Tips For Dealing With Auto Repossession

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The CarsDirect editorial team is dedicated to providing our readers with the latest on new and used cars, expert opinions on which vehicles make the grade, and all the fun stuff in between.


, - May 27, 2016

Negotiating with a lender to prevent auto repossession is not pleasant. However if you manage the negotiation correctly, you'll be able to control your debt and still retain your car making it worth all of the effort. A car loan is the single largest purchase for many people who do not own their home and the loss of that vehicle can have a dramatic effect on the person, causing debt to spiral out of control.

What is the Car Repossession Process?

The car repossession process is fairly straightforward. First you may receive a letter saying your loan payment is past due. This doesn’t always happen. If it’s specified in your loan contract, you’ll get the letter. A few days after the letter is sent, you’ll get a phone call from the loan company saying the payment is late and asking what you plan to do to avoid repossession. Again, this depends on the loan contract. After a “grace period” (again, check the contract) expires, the loan company hires a repossession company and they take the vehicle, attempting to avoid confrontation. You will then get a letter telling you how much you owe for the loan payment and repo fees

Be Proactive

If you find yourself struggling to make your car loan payments or know that something will change your financial situation in the near future, then it is important to contact your lender and proactively seek a solution. Trying to ignore the problems will have serious consequences in the long run. Lenders are more likely to negotiate if you are up front about your situation and contact them as early as possible. Otherwise they may suspect that you are trying to defraud them. Repossessing a car is a last resort for lenders and often loses them money so they are normally willing to negotiate.

Be Realistic

Determine what you can afford to pay each month, then call the lender to set up a plan you can adhere to. There is no point agreeing to a new payment amount or schedule with your lender if you are still going to struggle to make the payments. Analyze all of your expenses for the month and see where you can make savings.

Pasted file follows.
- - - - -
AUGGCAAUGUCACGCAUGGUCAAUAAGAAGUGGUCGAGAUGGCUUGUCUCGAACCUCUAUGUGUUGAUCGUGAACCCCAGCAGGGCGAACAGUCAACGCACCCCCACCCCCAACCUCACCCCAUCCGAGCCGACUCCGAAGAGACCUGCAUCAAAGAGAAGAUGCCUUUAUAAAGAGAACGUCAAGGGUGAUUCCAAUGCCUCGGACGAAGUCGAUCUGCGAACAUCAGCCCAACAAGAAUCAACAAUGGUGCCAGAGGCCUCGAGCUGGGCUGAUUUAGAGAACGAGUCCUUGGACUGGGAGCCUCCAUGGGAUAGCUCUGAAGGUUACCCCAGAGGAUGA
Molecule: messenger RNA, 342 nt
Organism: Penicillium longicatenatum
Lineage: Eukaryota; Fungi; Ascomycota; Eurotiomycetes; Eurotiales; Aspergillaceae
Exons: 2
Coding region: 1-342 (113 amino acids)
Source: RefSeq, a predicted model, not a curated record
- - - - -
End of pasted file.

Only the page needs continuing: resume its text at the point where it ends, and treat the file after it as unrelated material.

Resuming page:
Loan Modification

Changing the interest rate or the term of the loan can have a significant impact on your monthly payment. Increasing the term may incur a fee from your lender and the total interest payments will be slightly higher but it's a small price to pay to keep the car. Extensions to the loan period are one of the most frequent loan modifications made by finance companies if they believe you will have the means to make a payment later. Other modifications can include changing the payment date on either a one-off or permanent basis and deferring a payment.

Resell the Vehicle

If you're faced with an impending repossession, and can't make your monthly payments, you may be better off reselling the vehicle on your own than waiting for the financing company to take it back. When the lender has control of your vehicle, they may not put the effort that you would into getting top price for that vehicle. If you can sell your vehicle or get someone to take over your payments, you may be able to avoid some of the liability of a repossession situation.

Default of Payment

Check the original contract that you signed to find out what constitutes as a default. Once you have defaulted, then the lender is within its rights to seize your car at any time. If you have negotiated a loan modification, then the original terms of the contract may no longer apply. Make sure you find this out when you call to negotiate and request a new copy of the loan terms to be sent to you.

Voluntary Repossession

If you are unsuccessful in re-negotiating the terms of your loan, you can agree to a voluntary repossession of the vehicle. This helps to keep the creditor expenses that you will be liable for at a lower level. Offering a voluntary repossession will not free you from obligatory payments on loan deficiencies. A deficiency occurs when the amount received for the repossessed vehicle at a sale is lower than the outstanding loan amount. You are responsible for this amount whether the repossession is voluntary or not and it will still affect your credit report.

Luckily, you have as much right as the next person to buy at a repossessed car auction, even if it is your own car up for grabs. When it is sold at auction, it must not only cover the payments missed but also the amount of the entire loan. If the vehicle fails to reach the loan level, you are required to pay the bank the difference. The best solution is to offer to pay the bank its terms on repossession – usually three payments – pick up the vehicle and drive home.

Declare Bankruptcy

Bankruptcy is one tool that the consumer has when they find themselves overwhelmed by debt. The purpose of bankruptcy is to allow an individual or household to renegotiate with creditors when they can't make the payments in their loan agreement. Consider all of the ramifications of bankruptcy before taking this big step.

Repossession can be a devastating experience. Avoiding it is a smart way to minimize a personal financial liability and do damage control for the future of your credit and financial ratings.

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The CarsDirect editorial team is dedicated to providing our readers with the latest on new and used cars, expert opinions on which vehicles make the grade, and all the fun stuff in between.


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